Feel is one of the most important components of training for physique. No matter what gym you go to you’ll see someone slinging a barbell around, doing a curl with little regard or knowledge of what he is doing. He’s just trying to heave as much weight as possible, shouting and screaming, giving himself a hernia trying to throw the weight up. Basically, the whole point of body-building is muscular contraction … and that muscular contracting is both the key and secrect to success. If you don’t FEEL the muscle, you can’t grow the muscle.
We’re all guilty of it at some time or another. We buy into societal pressure to be macho and compete on the gym floor. Granted it’s a bit of fun, but when trying to train seriously it’ll only ever get you so far (trust me, this was my first year of university in a nut shell). But if you want to build that impressive physique, the one that satisfies your ego, then you must leave your ego in the changing room.
Every now and again, if you feel you may have fallen into the ego trap, it’s good to go back to the basics. Perform a ‘rehearsal’ workout using extremely light weights, perfect slow motion form and high repetitions. Feel your personal contraction points, adjust you feet and hands slightly, add a slight arc or twist to the movement to maximise the contraction, play with the depth of motion and most importantly open up the mind-muscle pathways by fostering an awareness of the contraction points and movements.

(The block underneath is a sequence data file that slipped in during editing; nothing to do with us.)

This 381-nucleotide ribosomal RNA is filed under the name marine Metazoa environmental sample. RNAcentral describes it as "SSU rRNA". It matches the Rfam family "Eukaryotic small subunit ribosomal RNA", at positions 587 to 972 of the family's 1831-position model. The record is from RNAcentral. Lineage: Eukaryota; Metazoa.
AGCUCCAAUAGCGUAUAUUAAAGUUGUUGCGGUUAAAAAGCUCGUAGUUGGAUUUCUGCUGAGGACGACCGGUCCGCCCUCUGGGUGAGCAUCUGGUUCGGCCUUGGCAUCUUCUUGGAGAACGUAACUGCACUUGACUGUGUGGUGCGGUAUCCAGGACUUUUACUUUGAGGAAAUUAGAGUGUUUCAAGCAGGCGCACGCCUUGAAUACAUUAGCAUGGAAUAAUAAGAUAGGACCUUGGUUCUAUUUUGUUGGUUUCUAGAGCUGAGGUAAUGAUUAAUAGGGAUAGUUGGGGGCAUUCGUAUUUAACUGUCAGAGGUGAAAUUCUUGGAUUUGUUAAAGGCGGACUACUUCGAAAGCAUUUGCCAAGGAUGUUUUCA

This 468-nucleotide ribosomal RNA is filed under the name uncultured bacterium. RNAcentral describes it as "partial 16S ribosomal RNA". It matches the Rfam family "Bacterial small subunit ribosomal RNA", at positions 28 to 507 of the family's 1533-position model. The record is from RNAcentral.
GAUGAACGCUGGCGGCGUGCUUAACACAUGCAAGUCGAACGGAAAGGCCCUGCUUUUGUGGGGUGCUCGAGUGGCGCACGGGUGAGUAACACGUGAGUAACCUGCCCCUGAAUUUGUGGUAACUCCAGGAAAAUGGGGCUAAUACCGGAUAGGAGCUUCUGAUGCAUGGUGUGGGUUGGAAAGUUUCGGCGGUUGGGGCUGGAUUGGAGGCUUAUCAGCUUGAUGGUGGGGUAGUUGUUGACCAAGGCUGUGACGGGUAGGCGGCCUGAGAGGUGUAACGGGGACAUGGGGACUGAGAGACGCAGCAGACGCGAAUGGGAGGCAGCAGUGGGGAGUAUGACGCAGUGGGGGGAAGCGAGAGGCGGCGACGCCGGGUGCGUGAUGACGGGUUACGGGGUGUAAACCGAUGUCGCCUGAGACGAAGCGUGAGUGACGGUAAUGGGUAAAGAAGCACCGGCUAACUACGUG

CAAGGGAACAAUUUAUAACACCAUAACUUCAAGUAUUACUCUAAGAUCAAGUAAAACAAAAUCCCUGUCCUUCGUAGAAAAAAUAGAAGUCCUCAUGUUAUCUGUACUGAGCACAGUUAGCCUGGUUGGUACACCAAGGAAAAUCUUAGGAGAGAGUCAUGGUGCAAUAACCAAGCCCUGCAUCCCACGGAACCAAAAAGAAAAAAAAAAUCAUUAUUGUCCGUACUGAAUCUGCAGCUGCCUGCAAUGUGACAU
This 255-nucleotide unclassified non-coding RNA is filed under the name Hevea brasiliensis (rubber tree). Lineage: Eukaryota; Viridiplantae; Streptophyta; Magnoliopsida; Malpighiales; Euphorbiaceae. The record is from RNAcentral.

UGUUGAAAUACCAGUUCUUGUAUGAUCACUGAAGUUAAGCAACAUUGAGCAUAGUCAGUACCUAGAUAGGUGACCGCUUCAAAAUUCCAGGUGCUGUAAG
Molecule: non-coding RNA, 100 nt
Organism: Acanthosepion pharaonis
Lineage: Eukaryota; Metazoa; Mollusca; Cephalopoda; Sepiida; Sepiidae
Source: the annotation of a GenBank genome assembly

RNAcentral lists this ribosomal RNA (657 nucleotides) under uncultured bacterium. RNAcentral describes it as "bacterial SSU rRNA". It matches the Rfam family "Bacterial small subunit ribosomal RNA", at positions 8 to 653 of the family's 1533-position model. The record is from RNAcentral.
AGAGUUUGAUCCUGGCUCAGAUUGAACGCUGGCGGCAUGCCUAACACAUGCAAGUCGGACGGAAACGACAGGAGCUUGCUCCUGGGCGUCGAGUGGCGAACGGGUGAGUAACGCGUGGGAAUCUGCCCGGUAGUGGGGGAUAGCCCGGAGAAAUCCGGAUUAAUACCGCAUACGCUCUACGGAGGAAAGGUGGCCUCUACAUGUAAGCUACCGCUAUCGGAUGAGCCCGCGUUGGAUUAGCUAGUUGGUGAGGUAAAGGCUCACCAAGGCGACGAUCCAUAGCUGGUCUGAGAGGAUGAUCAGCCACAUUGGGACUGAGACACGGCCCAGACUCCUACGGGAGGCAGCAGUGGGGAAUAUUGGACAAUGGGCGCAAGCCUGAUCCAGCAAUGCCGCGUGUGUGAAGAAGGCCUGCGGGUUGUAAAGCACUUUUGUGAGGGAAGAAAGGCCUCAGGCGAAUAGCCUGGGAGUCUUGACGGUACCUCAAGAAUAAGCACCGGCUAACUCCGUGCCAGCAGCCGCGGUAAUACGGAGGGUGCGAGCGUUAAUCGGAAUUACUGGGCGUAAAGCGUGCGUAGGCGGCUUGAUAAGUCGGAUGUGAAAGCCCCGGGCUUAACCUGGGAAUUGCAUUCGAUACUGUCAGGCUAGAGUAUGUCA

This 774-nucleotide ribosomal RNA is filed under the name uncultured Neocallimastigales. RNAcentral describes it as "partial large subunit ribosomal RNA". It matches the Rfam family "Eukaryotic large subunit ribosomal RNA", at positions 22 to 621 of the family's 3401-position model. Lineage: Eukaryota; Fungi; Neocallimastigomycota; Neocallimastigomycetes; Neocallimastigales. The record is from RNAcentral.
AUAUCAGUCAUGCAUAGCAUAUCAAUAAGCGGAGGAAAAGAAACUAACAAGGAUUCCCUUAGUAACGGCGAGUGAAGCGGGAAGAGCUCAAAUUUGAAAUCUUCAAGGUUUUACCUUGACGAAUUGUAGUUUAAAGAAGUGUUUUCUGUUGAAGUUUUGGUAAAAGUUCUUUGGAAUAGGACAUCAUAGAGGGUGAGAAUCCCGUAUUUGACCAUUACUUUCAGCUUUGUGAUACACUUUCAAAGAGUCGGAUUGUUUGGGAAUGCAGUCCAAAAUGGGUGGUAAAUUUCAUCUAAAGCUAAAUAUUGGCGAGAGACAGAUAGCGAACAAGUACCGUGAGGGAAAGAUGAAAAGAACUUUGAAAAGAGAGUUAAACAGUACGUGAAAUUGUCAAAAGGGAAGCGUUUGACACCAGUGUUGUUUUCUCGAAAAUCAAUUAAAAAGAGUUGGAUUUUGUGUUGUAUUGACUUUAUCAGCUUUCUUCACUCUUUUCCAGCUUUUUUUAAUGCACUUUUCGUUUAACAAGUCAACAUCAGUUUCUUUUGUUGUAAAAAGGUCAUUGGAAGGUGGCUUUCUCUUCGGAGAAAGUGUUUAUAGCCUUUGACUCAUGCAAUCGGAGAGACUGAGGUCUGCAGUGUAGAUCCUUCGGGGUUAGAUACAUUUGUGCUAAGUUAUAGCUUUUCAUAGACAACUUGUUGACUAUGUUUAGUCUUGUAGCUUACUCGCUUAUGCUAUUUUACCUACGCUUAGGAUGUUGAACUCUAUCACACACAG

A common question I get asked is id I believe in using heavy weights. The answer, in short, is yes … but it must come with a definition of what ‘heavy’ means to me. I personally believe if the last rep of the set is the last one you could possibly complete then the weight is heavy. It could be 4 reps, it could be 20 reps, it’s a matter of intensity. If you’re pushing to the max on a 20 rep set that becomes a heavy weight, same goes for a 6 rep set.
Weight’s being ‘heavy’ or ‘light’ is a misnomer. It’s all relative and they refer to how difficult something is to move under a give set of perimeters. The terms heavy vs light can leave people feeling intimidated or dismissive and that can lead to a training plan that lacks in many things that are important. Properly applied, every weight has a use … so don’t be afraid to throw those trisets, giant sets and supersets in and fail on a 10kg bench press!